One of the best things I ever did for myself after having my third baby, was to finally seek the advice of a trainer. Not to work with them weekly, I can’t afford that, but to give me a program so that I could at least get the best benefit for the time I did manage to put in exercising. After all, who has time when you have kids, to exercise? You might as well get the most bang for your buck, I say, vis a vis effort and effect!
I could go on and on about how fabulous Kim Williams is, and how she transformed my body through a period of time, into one I actually feel good about, (what woman ever feels that way, right?! I certainly never did in my 20′s and 30′s, it took until my 40′s when I started to follow Kim’s advice.All of this to say, that basically, following what she has recommended I do vis a vis exercise in the last few years, has worked. It is all her. (She also works out the actors to get ready for bathing suit and negligee scenes here in NYC. Need I say more about how much I trust what she says?)
This is all the long way around so that you guys out there pay attention to something she has always emphasized: Sleep, sleep and sleep! Aside from the fact that it is massively difficult to get enough sleep usually when you have kids, particularly babies, we have always had some kind of an idea that doing more, will probably burn calories. It feels counter intuitive to imagine that resting more will actually help you burn more calories, if you have the choice between going to the gym and a nap! But look carefully at what Kim says:
“Many of my clients ask whether it is better to go to the gym or to sleep. I’m sure you will be quite surprised to hear that the answer is: SLEEP!
According to the Tufts University Letter, dated February, 2007, there is mounting evidence from a number of studies demonstrating that a lack of sleep equates to greater risk of disease and added pounds! According to a study following more than 68, 000 American women for a period of 16 years, those who managed to get adequate sleep (about 7-8 hours), gained less weight during middle age.
It seems, in a study of women who got only 5 hours of sleep nightly, that they were 1/3 more likely to have weight gain than those who slept 7 hours. Activity levels didn’t seem to play a role and weight gain by an amount as small as 10 lbs. has been shown to double a person’s risk of diabetes.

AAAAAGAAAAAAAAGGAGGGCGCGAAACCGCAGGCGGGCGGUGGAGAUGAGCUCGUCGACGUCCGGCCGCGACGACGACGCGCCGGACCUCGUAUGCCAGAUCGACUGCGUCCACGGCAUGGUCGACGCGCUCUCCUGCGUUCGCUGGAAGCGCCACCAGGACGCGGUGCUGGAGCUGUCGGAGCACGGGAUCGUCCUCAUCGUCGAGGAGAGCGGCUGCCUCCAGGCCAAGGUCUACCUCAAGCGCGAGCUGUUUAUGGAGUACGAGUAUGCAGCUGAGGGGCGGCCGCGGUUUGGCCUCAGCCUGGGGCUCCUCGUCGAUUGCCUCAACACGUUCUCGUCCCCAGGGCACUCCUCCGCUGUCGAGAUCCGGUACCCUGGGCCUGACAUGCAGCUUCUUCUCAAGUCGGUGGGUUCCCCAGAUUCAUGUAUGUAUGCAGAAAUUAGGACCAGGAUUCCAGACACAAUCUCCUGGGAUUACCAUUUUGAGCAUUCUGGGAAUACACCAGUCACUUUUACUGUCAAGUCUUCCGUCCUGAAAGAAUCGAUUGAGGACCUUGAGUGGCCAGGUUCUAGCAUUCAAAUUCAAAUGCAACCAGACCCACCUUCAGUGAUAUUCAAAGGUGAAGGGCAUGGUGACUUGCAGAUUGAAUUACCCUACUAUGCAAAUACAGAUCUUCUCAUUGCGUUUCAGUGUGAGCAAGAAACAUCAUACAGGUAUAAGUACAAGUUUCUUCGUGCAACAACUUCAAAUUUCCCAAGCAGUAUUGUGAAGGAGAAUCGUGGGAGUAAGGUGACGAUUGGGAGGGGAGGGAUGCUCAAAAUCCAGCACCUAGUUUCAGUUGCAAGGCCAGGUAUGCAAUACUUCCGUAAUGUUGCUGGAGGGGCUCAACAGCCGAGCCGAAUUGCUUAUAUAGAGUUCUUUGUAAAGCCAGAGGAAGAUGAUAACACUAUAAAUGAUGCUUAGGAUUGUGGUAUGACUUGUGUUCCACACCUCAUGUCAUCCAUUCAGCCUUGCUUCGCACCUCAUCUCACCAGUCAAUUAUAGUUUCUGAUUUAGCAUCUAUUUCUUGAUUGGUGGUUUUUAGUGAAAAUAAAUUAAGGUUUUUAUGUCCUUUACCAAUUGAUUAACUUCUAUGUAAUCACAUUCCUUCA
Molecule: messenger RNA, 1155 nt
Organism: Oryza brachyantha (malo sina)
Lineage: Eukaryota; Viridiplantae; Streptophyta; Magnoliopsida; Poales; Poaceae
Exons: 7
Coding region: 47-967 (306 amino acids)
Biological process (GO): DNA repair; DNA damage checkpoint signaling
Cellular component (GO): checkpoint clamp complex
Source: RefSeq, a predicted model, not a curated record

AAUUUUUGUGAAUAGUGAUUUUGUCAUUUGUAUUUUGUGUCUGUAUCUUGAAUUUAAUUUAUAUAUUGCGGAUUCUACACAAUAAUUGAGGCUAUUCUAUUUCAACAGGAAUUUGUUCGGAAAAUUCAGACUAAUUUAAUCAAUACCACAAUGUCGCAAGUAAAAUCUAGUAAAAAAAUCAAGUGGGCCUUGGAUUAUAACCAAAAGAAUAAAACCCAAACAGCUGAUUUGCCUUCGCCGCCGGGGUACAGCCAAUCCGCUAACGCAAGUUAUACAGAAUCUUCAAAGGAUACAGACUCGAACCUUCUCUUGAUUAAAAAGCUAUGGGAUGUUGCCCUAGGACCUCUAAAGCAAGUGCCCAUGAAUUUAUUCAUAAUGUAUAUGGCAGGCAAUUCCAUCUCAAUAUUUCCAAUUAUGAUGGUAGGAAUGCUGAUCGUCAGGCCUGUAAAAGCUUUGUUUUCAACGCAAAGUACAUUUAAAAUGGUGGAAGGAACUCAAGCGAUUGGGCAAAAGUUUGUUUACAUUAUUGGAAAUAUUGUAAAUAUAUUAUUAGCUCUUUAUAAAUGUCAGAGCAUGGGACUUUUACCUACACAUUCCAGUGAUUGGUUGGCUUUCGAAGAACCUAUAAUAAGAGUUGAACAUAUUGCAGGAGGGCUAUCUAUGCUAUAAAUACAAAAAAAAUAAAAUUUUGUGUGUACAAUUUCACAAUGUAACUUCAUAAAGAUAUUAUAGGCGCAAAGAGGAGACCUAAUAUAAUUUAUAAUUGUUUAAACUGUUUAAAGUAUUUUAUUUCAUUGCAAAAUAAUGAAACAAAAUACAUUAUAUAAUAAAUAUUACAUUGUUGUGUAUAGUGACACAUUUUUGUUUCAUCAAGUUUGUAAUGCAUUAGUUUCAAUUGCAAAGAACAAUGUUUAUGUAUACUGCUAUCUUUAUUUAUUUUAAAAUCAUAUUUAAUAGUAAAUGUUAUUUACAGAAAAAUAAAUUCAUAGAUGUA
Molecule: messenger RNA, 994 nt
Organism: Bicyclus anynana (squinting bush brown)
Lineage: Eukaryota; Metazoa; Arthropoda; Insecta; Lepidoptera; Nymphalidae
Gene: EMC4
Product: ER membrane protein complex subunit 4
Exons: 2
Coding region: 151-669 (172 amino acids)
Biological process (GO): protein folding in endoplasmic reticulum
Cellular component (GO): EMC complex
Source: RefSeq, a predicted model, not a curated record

Inadequate sleep results in higher circulating blood glucose levels due to increased glucose production by the liver. Impaired sleep also affects your body’s ability to use the glucose it makes! April 26, 2005 —
Sleep duration of six hours or less or nine hours or more is associated with increased prevalence of diabetes mellitus (DM) and impaired glucose tolerance (IGT), according to the results of a cross-sectional study published in the April 25 issue of the Archives of Internal Medicine. These findings were presented at the 2006 American Thoracic Society International Conference in San Diego and published in the American Journal of Epidemiology and demonstrate that a lack of sleep equals weight gain.
The possible cuprits could be that a lack of sleep alters hormones involved in appetite control and metabolism (namely leptin and ghrelin). Grehlin is produced in the GI tract and increases appetite when levels rise and leptin levels decrease (produced in fat cells and signals the brain when you are full) in response to a lack of sleep. Due to these hormones, as well as other factors, women who slept less in the study also ate less.
Contrary to popular belief that sleeping less means that you ‘do more’ and burn more calories (ie. lose more weight), subjects in the study who got only 5 hours of sleep did not lose weight!
In conclusion, you might think that more sleep will aid weight loss. Wrong! Research has found that subjects who have slept 9 or more have higher body weights and body fat than their 7-8 hour sleeping counterparts.
So, in conclusion, SLEEP! Target 7-8 hours of sleep and keep your bed and waking time consistent so that getting enough sleep for good health becomes a habit.”
Now I know this is a tough one to manage with kids, but aiming for something close to this helps!
For more information, you can contact Kim at: email@example.com